The stove that will be used to burn ballots in the papal conclave sits in the Sistine Chapel.
LISA WANGSNESS/GLOBE STAFF

ROME—The Vatican allowed reporters on Saturday afternoon an unforgettable glimpse inside the Sistine Chapel before the cardinals lock themselves inside and cast their ballots for pope.

The tour began on St. Peter’s Square, where the sun finally shone on the throngs of tourists after days of clouds and rain. A press official led a small group of us up the vast steps to the Apostolic Palace, where the pope resides. We climbed the grand staircase, framed by towering columns.

The chapel is normally lit only by natural light filtering in through the windows, lending an ancient and melancholy air. Saturday, bright lights were strung from the walls so work crews could do their jobs.

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It felt almost like a movie set, with the blue sky and red garments in Michaelangelo’s “Last Judgment” fairly burning on the wall over the altar.

Carpenters had already constructed a raised floor on one side of the railing that divides the nave into two parts. Now, they were assembling long plywood tables at which the cardinals will sit.

In the back of the chapel sat two cast-iron stoves—a cylindrical one for burning ballots, and an auxiliary burner for generating chemical-colored smoke to signal the conclave’s progress: white for pope, black for no pope. The winner needs two-thirds, or 77 of 115, ballots.

Shiny copper stovepipes protruding from the top of each stove were welded together into a single pipe, supported by brass scaffolding, and running up out of the window. Back out on the square, a friend pointed out the little stovepipe sticking up from the roof.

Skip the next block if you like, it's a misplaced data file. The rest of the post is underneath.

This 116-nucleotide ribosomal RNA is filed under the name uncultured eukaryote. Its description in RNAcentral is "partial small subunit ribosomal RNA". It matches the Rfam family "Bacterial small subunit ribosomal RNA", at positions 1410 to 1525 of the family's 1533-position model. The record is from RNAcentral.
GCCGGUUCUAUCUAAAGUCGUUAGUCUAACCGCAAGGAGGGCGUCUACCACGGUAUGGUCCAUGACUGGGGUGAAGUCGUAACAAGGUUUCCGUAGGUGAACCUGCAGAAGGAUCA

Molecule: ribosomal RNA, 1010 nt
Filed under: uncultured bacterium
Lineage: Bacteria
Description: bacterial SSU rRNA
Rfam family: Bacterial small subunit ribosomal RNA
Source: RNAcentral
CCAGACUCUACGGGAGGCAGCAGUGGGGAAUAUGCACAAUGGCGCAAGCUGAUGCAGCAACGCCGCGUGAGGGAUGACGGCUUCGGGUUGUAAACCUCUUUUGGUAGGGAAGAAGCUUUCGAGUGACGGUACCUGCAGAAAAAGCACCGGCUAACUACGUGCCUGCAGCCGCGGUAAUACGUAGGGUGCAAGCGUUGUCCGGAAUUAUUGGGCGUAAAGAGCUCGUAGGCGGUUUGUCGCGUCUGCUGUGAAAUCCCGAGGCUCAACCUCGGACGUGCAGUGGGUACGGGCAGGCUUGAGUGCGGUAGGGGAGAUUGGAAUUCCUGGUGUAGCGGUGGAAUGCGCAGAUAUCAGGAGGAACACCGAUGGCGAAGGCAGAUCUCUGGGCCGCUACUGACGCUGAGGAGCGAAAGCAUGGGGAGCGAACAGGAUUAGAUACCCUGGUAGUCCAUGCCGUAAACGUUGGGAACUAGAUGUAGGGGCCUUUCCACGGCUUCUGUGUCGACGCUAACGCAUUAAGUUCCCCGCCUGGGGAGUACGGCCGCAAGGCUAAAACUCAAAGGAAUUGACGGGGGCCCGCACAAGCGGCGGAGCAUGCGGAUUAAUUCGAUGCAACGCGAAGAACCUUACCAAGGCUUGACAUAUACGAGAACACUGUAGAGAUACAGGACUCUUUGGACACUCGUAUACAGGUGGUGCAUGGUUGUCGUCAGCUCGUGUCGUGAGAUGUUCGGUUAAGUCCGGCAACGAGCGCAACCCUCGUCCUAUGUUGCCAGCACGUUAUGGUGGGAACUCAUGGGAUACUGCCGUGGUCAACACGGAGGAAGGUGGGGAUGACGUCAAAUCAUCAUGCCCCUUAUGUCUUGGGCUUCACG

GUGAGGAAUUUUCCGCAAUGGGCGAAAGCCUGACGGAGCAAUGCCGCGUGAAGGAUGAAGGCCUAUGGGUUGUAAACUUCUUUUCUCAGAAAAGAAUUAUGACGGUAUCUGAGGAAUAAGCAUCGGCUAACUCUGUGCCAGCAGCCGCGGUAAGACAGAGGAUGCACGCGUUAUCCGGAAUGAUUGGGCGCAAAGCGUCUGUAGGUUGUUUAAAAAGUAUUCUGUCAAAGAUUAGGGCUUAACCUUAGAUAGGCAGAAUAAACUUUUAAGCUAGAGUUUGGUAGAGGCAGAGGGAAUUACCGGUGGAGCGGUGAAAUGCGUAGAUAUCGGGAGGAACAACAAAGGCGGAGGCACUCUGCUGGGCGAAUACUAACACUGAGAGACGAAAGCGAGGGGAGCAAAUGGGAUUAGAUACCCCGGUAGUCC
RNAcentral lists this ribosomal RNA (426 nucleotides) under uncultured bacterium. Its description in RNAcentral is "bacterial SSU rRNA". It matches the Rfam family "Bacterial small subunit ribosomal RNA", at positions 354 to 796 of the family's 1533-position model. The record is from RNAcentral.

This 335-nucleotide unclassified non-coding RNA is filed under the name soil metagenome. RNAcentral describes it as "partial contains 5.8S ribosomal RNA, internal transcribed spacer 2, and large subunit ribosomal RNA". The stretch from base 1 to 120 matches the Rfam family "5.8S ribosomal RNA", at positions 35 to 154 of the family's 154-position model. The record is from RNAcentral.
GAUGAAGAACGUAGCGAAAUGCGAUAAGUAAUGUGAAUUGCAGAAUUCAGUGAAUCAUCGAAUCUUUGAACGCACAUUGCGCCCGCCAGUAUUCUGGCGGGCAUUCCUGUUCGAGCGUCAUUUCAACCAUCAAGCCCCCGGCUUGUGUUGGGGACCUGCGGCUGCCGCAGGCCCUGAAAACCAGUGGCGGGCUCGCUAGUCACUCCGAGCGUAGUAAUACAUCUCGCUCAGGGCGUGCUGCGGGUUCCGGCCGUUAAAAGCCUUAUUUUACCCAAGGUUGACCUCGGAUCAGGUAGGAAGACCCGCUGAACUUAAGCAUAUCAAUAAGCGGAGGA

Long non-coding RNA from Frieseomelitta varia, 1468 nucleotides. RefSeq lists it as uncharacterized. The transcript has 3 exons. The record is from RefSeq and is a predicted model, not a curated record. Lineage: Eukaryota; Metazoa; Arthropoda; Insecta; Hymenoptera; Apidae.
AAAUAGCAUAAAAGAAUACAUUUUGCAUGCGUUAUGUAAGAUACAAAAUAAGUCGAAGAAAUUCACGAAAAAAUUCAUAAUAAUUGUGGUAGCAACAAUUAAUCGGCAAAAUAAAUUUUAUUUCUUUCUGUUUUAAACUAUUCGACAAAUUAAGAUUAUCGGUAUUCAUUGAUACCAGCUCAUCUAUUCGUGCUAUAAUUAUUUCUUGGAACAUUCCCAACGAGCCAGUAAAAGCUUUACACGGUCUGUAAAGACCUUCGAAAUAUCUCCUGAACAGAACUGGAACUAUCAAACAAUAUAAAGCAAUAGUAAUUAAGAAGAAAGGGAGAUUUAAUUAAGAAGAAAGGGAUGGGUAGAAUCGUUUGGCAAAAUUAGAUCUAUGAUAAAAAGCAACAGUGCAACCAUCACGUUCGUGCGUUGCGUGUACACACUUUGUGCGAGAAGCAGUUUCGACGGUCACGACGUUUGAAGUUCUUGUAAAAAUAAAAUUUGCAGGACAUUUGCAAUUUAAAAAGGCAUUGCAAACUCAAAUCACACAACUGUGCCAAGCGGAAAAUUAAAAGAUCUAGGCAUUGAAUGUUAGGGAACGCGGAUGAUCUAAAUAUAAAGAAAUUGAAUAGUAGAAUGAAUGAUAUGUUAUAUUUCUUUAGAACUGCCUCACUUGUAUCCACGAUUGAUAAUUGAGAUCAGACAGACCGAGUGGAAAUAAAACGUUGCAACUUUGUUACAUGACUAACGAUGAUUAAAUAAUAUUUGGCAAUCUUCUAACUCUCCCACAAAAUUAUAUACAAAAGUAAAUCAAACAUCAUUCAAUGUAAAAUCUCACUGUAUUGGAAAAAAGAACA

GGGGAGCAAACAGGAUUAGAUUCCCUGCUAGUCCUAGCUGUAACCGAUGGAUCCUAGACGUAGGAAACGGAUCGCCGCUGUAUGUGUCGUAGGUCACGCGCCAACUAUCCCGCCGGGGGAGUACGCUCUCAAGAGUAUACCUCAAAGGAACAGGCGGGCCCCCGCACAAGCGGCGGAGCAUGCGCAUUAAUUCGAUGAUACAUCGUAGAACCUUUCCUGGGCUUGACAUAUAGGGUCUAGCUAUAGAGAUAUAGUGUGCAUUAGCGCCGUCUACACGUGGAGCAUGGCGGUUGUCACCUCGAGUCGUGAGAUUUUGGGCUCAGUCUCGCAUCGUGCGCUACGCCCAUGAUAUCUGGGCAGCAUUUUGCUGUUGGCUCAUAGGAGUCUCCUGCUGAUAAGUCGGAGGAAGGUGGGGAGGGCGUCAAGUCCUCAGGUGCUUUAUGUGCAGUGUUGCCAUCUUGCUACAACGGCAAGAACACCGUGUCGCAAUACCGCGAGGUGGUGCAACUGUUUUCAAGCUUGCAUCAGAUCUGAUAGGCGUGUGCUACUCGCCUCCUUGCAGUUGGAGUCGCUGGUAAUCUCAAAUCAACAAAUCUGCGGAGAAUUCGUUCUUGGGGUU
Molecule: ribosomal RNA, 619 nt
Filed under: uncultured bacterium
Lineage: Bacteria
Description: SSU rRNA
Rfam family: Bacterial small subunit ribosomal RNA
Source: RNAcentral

Sunday, many of the cardinals are saying Mass at their titular churches in Rome. Cardinal Sean P. O’Malley will be giving his homily in Italian (and a little English) at his church, Santa Maria Della Vittoria. A spokesman for O’Malley said he spent Saturday in meetings, preparing his homily and having dinner with friends.

The Vatican just released a conclave schedule for the English-speaking press. The action will begin at 4:30 p.m. local time (11:30 a.m. EST) on Tuesday, when the cardinals process from the Pauline Chapel to the Sistine Chapel. At 4:45 p.m., each cardinal will swear an oath of secrecy, and the voting may begin.

Assuming no pope is elected on the first ballot, the cardinals will hold a 15-minute vespers service in the chapel at 7:15 p.m. and then return to the Vatican hotel where they are staying during the conclave, Sanctae Marthae, to eat dinner and sleep. They are allowed no access to the outside world during the conclave, which is meant to ensure the integrity and independence of the vote.

In the days following, the cardinals will have breakfast between 6:30 and 7:30 a.m. , celebrate Mass in the Pauline Chapel, and then at 9:30 a.m. return to the Sistine Chapel to pray and vote. They take a lengthy lunch break from 12:30 to 4:30 p.m., then begin a second round of voting before breaking for the night at 7:30 p.m.